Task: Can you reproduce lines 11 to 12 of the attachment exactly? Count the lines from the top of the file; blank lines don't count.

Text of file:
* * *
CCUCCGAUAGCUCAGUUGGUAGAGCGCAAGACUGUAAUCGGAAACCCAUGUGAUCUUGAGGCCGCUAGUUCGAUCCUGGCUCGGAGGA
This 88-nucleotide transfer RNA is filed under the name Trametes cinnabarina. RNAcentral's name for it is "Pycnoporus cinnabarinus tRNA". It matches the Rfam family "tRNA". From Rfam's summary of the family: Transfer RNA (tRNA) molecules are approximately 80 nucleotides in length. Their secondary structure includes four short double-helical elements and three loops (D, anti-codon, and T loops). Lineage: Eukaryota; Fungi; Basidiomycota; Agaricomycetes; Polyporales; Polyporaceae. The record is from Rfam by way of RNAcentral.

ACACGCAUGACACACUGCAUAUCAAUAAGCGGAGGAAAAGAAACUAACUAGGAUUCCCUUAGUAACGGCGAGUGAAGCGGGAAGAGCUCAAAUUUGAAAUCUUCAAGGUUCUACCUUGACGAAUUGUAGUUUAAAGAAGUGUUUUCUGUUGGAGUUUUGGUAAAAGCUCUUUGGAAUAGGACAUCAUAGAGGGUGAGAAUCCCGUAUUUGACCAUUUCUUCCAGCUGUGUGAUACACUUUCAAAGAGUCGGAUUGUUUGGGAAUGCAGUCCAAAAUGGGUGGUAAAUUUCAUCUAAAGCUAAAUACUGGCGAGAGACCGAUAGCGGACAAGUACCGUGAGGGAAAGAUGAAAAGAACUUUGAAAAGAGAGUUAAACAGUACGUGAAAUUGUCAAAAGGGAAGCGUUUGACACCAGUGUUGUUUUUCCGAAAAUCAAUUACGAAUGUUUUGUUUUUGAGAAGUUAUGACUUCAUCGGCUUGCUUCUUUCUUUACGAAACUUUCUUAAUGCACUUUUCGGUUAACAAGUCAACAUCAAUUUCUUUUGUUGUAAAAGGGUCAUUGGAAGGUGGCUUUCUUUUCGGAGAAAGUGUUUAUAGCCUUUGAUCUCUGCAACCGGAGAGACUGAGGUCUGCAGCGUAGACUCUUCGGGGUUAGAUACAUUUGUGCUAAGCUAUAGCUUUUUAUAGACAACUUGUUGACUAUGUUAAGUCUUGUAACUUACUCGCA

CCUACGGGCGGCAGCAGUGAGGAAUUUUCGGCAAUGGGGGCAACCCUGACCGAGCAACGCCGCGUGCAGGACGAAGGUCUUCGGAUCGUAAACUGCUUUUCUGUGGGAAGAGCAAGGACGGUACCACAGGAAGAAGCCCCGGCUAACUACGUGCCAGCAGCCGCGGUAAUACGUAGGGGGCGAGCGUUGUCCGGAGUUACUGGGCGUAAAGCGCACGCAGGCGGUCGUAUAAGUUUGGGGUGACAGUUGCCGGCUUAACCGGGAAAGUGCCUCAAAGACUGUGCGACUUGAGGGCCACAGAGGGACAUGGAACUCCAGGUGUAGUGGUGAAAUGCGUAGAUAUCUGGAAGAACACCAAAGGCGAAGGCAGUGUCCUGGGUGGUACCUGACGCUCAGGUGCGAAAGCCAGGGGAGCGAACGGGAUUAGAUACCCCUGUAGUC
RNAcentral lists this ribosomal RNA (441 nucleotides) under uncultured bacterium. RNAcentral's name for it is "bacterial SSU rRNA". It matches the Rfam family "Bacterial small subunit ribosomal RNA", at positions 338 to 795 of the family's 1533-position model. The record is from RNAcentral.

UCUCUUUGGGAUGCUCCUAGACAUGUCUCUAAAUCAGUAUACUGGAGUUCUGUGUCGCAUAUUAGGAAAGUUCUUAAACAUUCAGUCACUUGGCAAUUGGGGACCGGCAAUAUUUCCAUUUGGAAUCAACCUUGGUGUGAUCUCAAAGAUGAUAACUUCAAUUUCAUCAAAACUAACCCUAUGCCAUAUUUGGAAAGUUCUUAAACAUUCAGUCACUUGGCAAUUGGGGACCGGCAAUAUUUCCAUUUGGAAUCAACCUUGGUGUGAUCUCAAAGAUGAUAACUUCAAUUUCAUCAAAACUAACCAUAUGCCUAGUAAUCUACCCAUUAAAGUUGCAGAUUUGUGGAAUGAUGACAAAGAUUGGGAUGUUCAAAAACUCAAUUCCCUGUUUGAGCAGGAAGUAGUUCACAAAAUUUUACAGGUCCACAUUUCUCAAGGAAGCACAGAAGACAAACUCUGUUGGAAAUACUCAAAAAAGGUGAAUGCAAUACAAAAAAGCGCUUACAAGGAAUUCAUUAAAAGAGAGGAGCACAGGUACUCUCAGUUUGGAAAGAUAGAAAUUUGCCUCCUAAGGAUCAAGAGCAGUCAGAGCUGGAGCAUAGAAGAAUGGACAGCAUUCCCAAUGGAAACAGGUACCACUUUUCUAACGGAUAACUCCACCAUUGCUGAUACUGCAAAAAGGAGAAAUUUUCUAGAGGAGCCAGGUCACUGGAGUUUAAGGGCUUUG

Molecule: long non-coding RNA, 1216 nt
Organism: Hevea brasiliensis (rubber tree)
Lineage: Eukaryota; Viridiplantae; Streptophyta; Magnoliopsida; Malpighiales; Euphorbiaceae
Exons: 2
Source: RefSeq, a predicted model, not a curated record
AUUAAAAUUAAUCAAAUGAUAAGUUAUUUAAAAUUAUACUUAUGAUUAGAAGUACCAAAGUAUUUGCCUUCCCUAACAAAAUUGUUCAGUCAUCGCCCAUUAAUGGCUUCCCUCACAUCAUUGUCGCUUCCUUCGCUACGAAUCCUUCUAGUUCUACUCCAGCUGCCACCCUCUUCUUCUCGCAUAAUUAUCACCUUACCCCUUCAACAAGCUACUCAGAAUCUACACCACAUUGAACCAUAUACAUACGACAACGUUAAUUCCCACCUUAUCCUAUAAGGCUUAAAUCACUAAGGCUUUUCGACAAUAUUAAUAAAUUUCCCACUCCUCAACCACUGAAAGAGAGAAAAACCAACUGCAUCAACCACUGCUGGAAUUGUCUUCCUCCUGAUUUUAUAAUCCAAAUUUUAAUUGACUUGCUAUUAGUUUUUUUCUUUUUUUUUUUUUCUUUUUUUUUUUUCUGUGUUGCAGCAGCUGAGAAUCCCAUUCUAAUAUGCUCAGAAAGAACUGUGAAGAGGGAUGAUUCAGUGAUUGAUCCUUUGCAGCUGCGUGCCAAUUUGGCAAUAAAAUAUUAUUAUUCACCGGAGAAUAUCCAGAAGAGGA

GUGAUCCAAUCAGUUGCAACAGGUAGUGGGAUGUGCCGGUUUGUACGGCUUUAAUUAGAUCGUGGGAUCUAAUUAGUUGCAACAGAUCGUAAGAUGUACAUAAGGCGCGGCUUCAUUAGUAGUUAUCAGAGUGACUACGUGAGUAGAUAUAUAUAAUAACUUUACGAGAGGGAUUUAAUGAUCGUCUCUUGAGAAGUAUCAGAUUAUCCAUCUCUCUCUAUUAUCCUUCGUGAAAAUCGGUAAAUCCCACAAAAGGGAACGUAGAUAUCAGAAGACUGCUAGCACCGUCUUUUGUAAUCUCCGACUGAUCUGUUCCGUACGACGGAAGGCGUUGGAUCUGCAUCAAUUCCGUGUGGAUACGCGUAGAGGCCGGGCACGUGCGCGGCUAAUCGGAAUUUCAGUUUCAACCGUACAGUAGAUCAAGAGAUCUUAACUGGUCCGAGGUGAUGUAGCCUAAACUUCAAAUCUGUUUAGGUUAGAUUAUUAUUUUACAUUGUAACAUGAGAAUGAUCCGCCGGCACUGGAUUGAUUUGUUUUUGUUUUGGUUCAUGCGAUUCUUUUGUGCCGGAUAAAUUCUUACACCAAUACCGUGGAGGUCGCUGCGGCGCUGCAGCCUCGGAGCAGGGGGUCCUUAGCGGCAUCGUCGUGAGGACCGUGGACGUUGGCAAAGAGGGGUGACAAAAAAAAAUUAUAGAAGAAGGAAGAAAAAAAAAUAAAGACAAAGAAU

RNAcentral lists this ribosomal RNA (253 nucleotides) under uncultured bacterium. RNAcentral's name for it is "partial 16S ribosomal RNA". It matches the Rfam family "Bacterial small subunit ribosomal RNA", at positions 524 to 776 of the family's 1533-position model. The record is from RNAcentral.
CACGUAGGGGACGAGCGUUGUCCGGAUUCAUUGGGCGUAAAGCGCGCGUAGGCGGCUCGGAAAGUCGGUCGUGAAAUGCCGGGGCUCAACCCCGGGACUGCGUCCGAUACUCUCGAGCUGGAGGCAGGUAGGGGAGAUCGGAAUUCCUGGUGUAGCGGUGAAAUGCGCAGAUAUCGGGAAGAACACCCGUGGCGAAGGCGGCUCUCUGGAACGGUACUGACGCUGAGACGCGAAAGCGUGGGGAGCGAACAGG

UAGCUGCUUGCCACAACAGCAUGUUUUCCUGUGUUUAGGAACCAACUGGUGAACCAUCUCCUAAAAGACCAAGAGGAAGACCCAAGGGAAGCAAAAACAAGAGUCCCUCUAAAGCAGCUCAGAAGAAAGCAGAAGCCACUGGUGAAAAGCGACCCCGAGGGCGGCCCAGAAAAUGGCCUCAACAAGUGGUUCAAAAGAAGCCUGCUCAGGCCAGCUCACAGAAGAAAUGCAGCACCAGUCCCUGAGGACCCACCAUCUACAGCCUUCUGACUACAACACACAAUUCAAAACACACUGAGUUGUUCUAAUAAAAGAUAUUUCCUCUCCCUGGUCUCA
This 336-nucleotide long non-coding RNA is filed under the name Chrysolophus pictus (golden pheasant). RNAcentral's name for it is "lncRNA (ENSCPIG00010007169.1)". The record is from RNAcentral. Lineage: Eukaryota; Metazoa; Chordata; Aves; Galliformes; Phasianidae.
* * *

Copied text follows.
Source: RefSeq, a predicted model, not a curated record
AUUAAAAUUAAUCAAAUGAUAAGUUAUUUAAAAUUAUACUUAUGAUUAGAAGUACCAAAGUAUUUGCCUUCCCUAACAAAAUUGUUCAGUCAUCGCCCAUUAAUGGCUUCCCUCACAUCAUUGUCGCUUCCUUCGCUACGAAUCCUUCUAGUUCUACUCCAGCUGCCACCCUCUUCUUCUCGCAUAAUUAUCACCUUACCCCUUCAACAAGCUACUCAGAAUCUACACCACAUUGAACCAUAUACAUACGACAACGUUAAUUCCCACCUUAUCCUAUAAGGCUUAAAUCACUAAGGCUUUUCGACAAUAUUAAUAAAUUUCCCACUCCUCAACCACUGAAAGAGAGAAAAACCAACUGCAUCAACCACUGCUGGAAUUGUCUUCCUCCUGAUUUUAUAAUCCAAAUUUUAAUUGACUUGCUAUUAGUUUUUUUCUUUUUUUUUUUUUCUUUUUUUUUUUUCUGUGUUGCAGCAGCUGAGAAUCCCAUUCUAAUAUGCUCAGAAAGAACUGUGAAGAGGGAUGAUUCAGUGAUUGAUCCUUUGCAGCUGCGUGCCAAUUUGGCAAUAAAAUAUUAUUAUUCACCGGAGAAUAUCCAGAAGAGGA